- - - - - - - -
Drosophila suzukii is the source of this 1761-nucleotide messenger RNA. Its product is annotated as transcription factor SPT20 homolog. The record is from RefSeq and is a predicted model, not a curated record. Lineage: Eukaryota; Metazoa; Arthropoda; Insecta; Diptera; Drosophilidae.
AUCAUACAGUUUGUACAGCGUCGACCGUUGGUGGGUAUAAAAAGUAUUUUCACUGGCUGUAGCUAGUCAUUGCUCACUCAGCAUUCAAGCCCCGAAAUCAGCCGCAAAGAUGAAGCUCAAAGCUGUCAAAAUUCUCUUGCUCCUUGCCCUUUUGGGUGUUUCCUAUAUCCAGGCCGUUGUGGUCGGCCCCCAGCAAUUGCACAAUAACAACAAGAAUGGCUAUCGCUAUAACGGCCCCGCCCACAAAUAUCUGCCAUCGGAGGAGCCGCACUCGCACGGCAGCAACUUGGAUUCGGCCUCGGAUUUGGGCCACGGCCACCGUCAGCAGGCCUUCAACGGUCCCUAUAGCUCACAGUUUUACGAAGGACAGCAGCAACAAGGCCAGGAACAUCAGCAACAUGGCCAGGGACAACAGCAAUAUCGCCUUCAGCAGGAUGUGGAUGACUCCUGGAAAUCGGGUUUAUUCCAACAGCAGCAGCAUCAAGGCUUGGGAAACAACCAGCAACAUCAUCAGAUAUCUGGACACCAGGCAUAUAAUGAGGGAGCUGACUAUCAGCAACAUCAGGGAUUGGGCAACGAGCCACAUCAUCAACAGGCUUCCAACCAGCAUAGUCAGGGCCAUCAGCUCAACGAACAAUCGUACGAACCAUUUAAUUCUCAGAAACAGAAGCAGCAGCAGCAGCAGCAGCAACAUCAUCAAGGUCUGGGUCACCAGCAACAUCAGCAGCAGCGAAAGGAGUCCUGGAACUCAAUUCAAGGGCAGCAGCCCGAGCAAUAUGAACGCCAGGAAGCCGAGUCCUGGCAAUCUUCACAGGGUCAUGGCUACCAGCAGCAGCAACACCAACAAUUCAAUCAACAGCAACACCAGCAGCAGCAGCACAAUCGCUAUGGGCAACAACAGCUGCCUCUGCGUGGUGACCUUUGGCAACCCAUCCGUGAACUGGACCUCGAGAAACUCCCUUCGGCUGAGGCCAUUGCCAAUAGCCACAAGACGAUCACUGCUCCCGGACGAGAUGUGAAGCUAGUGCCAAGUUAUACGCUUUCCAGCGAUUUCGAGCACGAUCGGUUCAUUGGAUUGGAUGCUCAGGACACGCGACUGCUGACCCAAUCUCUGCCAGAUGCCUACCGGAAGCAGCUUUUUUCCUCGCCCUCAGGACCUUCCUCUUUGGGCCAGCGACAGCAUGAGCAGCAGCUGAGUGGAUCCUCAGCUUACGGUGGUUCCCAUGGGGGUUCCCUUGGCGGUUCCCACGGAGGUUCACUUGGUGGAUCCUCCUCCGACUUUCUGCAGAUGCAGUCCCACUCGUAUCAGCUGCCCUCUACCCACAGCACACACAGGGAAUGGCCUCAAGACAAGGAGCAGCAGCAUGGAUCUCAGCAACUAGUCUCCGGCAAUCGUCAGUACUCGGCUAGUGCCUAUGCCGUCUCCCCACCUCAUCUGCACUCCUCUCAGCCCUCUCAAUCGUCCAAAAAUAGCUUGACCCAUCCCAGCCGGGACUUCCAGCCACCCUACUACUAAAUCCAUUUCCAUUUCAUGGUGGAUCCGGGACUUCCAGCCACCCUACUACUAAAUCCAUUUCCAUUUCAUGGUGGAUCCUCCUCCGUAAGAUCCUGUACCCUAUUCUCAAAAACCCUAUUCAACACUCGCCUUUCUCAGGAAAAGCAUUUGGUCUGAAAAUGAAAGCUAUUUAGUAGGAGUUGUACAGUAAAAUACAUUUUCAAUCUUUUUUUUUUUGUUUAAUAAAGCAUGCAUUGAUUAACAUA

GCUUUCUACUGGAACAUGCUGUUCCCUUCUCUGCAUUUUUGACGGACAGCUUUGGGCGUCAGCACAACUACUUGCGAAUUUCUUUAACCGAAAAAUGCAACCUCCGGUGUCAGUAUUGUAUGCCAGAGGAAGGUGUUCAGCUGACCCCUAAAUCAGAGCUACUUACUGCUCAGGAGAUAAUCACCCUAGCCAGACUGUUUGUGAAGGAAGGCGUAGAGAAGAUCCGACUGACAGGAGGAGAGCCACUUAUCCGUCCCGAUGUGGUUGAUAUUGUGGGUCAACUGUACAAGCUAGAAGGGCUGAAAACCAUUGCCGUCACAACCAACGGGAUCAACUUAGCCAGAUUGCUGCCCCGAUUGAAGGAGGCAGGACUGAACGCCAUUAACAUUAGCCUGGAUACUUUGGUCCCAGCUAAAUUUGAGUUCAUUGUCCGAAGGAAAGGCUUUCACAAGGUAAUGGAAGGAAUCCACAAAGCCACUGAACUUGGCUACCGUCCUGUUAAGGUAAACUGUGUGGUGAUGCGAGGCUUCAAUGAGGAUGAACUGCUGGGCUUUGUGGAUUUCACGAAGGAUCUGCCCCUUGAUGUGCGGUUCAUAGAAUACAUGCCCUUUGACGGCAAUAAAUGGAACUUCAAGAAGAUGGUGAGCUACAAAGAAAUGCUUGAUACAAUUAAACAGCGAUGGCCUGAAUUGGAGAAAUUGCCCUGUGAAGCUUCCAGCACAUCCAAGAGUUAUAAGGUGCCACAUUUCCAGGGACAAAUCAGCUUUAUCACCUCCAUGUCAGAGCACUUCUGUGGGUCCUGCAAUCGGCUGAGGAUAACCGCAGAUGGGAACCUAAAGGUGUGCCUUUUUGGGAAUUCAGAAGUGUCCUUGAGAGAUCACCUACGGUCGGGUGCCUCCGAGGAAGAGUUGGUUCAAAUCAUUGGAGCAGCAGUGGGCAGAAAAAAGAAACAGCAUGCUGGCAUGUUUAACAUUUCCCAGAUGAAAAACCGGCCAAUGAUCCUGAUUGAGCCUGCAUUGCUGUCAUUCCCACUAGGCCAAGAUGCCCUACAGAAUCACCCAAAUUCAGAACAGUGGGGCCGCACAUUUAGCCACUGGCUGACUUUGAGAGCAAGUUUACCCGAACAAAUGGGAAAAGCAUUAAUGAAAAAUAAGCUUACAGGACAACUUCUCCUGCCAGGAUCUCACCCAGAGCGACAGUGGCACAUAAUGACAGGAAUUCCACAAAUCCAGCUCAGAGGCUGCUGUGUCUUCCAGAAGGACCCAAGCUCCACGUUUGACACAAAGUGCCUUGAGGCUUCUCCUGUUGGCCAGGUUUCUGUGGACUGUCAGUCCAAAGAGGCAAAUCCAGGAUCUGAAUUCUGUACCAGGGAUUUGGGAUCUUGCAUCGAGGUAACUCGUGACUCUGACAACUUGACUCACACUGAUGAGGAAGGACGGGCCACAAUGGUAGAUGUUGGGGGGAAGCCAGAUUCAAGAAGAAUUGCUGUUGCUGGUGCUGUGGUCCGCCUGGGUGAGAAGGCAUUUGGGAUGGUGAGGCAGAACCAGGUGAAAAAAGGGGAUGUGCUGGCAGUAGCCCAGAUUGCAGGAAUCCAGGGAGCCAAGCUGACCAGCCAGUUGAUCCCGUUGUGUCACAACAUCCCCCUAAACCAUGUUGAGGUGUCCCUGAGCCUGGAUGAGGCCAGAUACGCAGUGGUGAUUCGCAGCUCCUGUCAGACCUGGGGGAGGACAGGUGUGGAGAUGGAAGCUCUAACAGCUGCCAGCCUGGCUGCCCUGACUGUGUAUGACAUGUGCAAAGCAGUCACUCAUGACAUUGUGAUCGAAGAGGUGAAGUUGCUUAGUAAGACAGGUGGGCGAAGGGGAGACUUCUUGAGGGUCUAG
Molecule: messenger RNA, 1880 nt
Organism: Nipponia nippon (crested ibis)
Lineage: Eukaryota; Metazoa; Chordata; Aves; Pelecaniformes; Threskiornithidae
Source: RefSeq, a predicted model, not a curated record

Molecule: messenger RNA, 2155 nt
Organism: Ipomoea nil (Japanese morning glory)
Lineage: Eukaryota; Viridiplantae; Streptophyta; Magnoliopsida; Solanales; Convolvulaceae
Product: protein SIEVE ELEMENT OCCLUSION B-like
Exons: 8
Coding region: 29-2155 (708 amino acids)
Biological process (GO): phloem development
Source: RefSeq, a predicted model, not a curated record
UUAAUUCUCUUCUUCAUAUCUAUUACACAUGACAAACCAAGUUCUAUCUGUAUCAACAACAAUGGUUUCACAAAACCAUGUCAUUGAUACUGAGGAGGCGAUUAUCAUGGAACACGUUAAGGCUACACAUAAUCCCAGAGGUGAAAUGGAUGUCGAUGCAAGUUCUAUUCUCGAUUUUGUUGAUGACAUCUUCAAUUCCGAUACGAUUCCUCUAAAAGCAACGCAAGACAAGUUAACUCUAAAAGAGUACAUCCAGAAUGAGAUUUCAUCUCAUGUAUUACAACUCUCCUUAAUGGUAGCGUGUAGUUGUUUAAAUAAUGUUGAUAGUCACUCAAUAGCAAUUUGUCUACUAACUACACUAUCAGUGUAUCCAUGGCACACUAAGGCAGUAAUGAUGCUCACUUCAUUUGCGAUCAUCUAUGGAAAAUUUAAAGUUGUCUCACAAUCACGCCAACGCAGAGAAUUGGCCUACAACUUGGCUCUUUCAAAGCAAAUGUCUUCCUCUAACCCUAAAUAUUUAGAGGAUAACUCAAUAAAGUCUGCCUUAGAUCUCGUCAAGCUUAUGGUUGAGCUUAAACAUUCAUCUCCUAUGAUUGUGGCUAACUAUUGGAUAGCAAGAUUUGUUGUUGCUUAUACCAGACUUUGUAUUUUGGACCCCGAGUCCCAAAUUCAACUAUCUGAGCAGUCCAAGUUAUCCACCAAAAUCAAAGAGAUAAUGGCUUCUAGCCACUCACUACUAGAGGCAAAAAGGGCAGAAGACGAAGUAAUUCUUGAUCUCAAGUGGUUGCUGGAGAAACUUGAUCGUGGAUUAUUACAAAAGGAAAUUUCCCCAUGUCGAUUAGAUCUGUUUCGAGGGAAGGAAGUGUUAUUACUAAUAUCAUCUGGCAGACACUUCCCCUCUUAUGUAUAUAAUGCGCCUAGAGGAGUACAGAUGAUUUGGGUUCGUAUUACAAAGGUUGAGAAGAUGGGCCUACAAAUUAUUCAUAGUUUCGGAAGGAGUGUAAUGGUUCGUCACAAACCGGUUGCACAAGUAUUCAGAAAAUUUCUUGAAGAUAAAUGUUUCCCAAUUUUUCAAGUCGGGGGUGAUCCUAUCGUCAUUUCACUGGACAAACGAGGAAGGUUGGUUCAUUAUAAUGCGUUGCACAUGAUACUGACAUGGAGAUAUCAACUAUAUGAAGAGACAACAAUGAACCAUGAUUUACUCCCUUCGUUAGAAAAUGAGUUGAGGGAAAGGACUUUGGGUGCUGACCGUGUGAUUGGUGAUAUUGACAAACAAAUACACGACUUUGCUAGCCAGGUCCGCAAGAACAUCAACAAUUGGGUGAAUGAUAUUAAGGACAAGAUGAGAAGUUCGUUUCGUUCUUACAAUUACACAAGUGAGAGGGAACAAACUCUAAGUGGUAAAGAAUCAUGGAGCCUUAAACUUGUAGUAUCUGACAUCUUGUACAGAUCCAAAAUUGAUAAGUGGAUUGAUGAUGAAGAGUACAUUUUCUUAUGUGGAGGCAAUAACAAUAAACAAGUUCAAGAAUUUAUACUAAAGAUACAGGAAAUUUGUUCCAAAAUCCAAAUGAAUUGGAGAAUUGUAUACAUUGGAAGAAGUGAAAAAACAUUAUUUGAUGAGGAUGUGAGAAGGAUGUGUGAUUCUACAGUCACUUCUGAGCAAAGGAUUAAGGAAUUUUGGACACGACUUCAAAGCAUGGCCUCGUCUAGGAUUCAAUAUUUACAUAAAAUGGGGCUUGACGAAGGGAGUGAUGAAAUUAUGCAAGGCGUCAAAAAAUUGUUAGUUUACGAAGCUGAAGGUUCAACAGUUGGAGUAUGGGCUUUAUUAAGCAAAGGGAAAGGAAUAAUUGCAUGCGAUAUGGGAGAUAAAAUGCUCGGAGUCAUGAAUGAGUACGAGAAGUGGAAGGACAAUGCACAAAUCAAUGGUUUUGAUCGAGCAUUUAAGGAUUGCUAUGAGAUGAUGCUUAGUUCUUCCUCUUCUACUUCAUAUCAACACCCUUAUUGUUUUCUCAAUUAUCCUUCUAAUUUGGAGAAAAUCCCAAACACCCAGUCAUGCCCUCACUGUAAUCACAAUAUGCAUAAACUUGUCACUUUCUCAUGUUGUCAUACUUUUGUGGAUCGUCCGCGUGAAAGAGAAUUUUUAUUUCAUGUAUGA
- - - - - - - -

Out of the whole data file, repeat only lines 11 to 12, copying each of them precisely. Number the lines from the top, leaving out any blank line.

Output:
Product: protein SIEVE ELEMENT OCCLUSION B-like
Exons: 8